The report finds that “the IE (informal economy) became vital in replacing services and utilities destroyed by the war within Hargeisa city which both provided livelihood opportunities for the conflict-affected urban population and replaced key goods and services which had been disrupted by the conflict.”

And discovers that it was the informal economy’s acceptance by the local populace and government, characterized by extremely low levels of harassment or criminalization that was key to its ability to contribute as a trusted resource and asset during the rebuilding of society after the civil war.

In most cities in sub-Saharan Africa, urban policy marginalises the urban informal economy (IE) and IE workers are often victimised and harassed (Lyons et al., 2012). This is not the case in Hargeisa, where informal economy workers interviewed reported very low levels of police harassment, with less than 7% of the 168 current informal economy workers interviewed stating they had experienced problems with local authority. Furthermore, there are high levels of trust  and reciprocation amongst informal economy workers and in society generally, and a lack of effective municipal regulation which enables and encourages the growth of the informal economy.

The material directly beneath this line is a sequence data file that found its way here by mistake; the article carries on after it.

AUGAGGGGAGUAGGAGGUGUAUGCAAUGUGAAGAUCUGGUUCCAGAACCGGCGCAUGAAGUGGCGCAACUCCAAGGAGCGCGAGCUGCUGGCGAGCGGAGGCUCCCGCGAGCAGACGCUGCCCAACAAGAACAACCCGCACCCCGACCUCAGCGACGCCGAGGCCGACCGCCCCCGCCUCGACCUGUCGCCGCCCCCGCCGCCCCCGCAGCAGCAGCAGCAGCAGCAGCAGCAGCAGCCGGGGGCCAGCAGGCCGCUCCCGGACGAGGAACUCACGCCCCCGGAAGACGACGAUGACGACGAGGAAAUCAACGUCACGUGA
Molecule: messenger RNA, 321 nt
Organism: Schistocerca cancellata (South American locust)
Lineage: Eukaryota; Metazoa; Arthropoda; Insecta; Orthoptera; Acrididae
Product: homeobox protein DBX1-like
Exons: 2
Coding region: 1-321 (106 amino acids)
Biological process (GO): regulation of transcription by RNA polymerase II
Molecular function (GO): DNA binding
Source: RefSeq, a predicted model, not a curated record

The report goes on to conclude with the recommendation that recognition of the informal economy (IE) had the potential to transform the developmental trajectory of both Hargeisa, as well as greater Somaliland:

Recommendation 1: Increase national legitimacy and recognition
Recognition: It is essential that Hargeisa’s IE workers are recognised as legitimate economic actors making significant contributions to the national and city economy.
National Informal Economy Policy: A cross-government National Informal Economy Policy should be developed, so that the key social and economic contribution of the IE is reflected in the five-year national economic development planning and other relevant government strategies.
National Informal Economy Standing Committee: A high-level National Informal Economy Standing Committee should be set up, with a membership of about 10 people to include high-level representatives from: the Ministries Planning and Development (chair); Commerce and Trade; Labour, Employment and
Social Affairs, Hargeisa Municipality, and SONSAF, including 3-4 representatives of umbrella IE workers’ organisations. The Standing Committee should:
o Advise on development of the National Informal Economy Policy;
o Advise on inclusion of the IE in the Five Year National Economic Development Plan;
o Recommend inclusion of the IE in other relevant government strategies;